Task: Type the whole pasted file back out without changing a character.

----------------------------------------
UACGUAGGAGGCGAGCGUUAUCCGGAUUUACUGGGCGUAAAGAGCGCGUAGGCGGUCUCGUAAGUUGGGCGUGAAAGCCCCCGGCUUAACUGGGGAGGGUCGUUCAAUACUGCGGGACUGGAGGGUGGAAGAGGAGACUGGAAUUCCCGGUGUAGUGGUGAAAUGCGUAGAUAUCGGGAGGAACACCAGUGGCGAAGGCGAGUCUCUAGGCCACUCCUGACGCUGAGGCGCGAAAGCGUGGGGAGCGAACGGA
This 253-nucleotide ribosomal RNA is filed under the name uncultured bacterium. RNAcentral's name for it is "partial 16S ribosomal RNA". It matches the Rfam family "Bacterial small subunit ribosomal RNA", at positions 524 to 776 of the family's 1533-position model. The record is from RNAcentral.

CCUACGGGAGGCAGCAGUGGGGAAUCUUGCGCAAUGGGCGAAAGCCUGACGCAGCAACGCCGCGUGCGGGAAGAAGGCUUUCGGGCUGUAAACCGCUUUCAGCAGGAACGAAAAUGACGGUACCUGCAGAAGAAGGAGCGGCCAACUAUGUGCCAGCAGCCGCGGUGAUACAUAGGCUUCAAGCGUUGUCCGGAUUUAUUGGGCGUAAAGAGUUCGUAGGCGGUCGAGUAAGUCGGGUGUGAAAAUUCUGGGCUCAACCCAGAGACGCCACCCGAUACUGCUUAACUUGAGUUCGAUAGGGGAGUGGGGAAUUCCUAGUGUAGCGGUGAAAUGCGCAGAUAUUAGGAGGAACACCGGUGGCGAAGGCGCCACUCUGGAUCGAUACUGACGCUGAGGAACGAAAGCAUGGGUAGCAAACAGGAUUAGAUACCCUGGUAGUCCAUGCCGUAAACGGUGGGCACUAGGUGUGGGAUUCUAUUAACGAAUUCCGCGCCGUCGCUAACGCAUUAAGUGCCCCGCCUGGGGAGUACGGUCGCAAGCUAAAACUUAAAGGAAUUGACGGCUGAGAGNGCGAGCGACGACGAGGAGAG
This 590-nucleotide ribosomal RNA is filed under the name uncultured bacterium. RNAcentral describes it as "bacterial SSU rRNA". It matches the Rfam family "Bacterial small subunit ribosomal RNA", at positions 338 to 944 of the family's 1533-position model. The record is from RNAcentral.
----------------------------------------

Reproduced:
UACGUAGGAGGCGAGCGUUAUCCGGAUUUACUGGGCGUAAAGAGCGCGUAGGCGGUCUCGUAAGUUGGGCGUGAAAGCCCCCGGCUUAACUGGGGAGGGUCGUUCAAUACUGCGGGACUGGAGGGUGGAAGAGGAGACUGGAAUUCCCGGUGUAGUGGUGAAAUGCGUAGAUAUCGGGAGGAACACCAGUGGCGAAGGCGAGUCUCUAGGCCACUCCUGACGCUGAGGCGCGAAAGCGUGGGGAGCGAACGGA
This 253-nucleotide ribosomal RNA is filed under the name uncultured bacterium. RNAcentral's name for it is "partial 16S ribosomal RNA". It matches the Rfam family "Bacterial small subunit ribosomal RNA", at positions 524 to 776 of the family's 1533-position model. The record is from RNAcentral.

CCUACGGGAGGCAGCAGUGGGGAAUCUUGCGCAAUGGGCGAAAGCCUGACGCAGCAACGCCGCGUGCGGGAAGAAGGCUUUCGGGCUGUAAACCGCUUUCAGCAGGAACGAAAAUGACGGUACCUGCAGAAGAAGGAGCGGCCAACUAUGUGCCAGCAGCCGCGGUGAUACAUAGGCUUCAAGCGUUGUCCGGAUUUAUUGGGCGUAAAGAGUUCGUAGGCGGUCGAGUAAGUCGGGUGUGAAAAUUCUGGGCUCAACCCAGAGACGCCACCCGAUACUGCUUAACUUGAGUUCGAUAGGGGAGUGGGGAAUUCCUAGUGUAGCGGUGAAAUGCGCAGAUAUUAGGAGGAACACCGGUGGCGAAGGCGCCACUCUGGAUCGAUACUGACGCUGAGGAACGAAAGCAUGGGUAGCAAACAGGAUUAGAUACCCUGGUAGUCCAUGCCGUAAACGGUGGGCACUAGGUGUGGGAUUCUAUUAACGAAUUCCGCGCCGUCGCUAACGCAUUAAGUGCCCCGCCUGGGGAGUACGGUCGCAAGCUAAAACUUAAAGGAAUUGACGGCUGAGAGNGCGAGCGACGACGAGGAGAG
This 590-nucleotide ribosomal RNA is filed under the name uncultured bacterium. RNAcentral describes it as "bacterial SSU rRNA". It matches the Rfam family "Bacterial small subunit ribosomal RNA", at positions 338 to 944 of the family's 1533-position model. The record is from RNAcentral.